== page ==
Resolution of Active Directory Replication Error 8606 &1988

Brass Contributor







DC is Virtualized in VMware, I got it restored from Veeam backup, meaning it is not in the current state, that caused Active Directory Broken, how could I get it fixed? I forced replication between 2 DCs it failed. Here and there we got several PCs that have the error: 

“The trust relationship between this Workstation and the primary Domain failed” 


Based on above use case, identified certain errors.





So first, a piece of advice that, you should never restore a domain controller in a multi-domain controller environment. Instead, you should stand up a new DC and start replication, it will take time but will replicate from a fully healthy DC. 


Then we ran the below command-lets and collected the logs for review. 


Dcdiag /v /c /d /e /s:%computername% >C:\dcdiag.log 

repadmin /showrepl >C:\repl.txt 

ipconfig /all > C:\dc1.txt 

ipconfig /all > C:\dc2.txt 

ipconfig /all > C:\problemworkstation.txt 


Errors Observed in DC Diagnostic Report & Replication Summary


We found following two errors in DC diagnostic report and Replication summary :


  • Active Directory Replication Error 8606: Insufficient attributes were given to create an object. 
  • Active Directory Replication Error 1988: The local domain controller has attempted to replicate the following object from the following source domain controller. This object is not present on the local domain controller because it may have been deleted and already garbage collected. 



Logging Conditions for Error 8606


Upon further research, we found out that Error 8606 is logged when the following conditions are true: 


  • A source domain controller sends an update to an object (instead of an originating object create) that has already been created, deleted, and then reclaimed by garbage collection from a destination domain controller's copy of Active Directory. 


  • The destination domain controller was configured to run in strict replication consistency.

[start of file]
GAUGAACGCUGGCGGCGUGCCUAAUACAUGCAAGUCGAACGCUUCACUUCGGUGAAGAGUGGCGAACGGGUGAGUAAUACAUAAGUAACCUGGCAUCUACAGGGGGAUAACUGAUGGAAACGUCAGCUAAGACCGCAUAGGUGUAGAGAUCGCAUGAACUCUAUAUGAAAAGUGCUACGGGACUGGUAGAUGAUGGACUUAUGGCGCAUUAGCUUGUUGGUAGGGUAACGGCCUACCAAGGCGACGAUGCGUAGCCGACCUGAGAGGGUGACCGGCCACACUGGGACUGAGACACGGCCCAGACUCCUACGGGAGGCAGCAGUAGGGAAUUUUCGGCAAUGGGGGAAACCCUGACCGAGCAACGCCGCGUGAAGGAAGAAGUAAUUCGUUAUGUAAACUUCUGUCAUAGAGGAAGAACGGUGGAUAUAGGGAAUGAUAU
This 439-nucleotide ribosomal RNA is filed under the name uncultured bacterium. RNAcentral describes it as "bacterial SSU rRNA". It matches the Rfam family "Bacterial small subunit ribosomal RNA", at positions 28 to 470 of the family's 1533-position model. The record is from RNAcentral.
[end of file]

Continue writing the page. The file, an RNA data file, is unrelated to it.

Cause of Error 8606


The error is caused by one of the following: 


  • A permanently lingering object whose removal will require admin intervention.


  • A transient lingering object that will correct itself when the source domain controller performs its next garbage-collection cleanup. Introduction of the first domain controller in an existing forest and updates to the partial attribute set are known causes of this condition. 


  • An object that was undeleted or restored at the cusp of tombstone lifetime expiration.



Key Points to Remember for Troubleshooting Error 8606


When you troubleshoot 8606 errors, think about the following points: 


  • Although error 8606 is logged on the destination domain controller, the problem object that is blocking replication resides on the source domain controller. Additionally, the source domain controller or a transitive replication partner of the source domain controller potentially did not inbound-replicate knowledge of a deleted tombstone lifetime number of days in the past. 


  • Remember to search for potentially lingering objects by object GUID versus DN path so that objects can be found regardless of their host partition and parent container. Searching by objectguid will also locate objects that are in the deleted objects container without using the deleted objects LDAP control. 


  • The NTDS Replication 1988 event identifies only the current object on the source domain controller that is blocking incoming replication by a strict mode destination domain controller. There are likely additional objects "behind" the object that is referenced in the 1988 event that is also lingering. 


  • The presence of lingering objects on a source domain controller prevents or blocks strict mode destination domain controllers from inbound replicating "good" changes that exist behind the lingering object in the replication queue.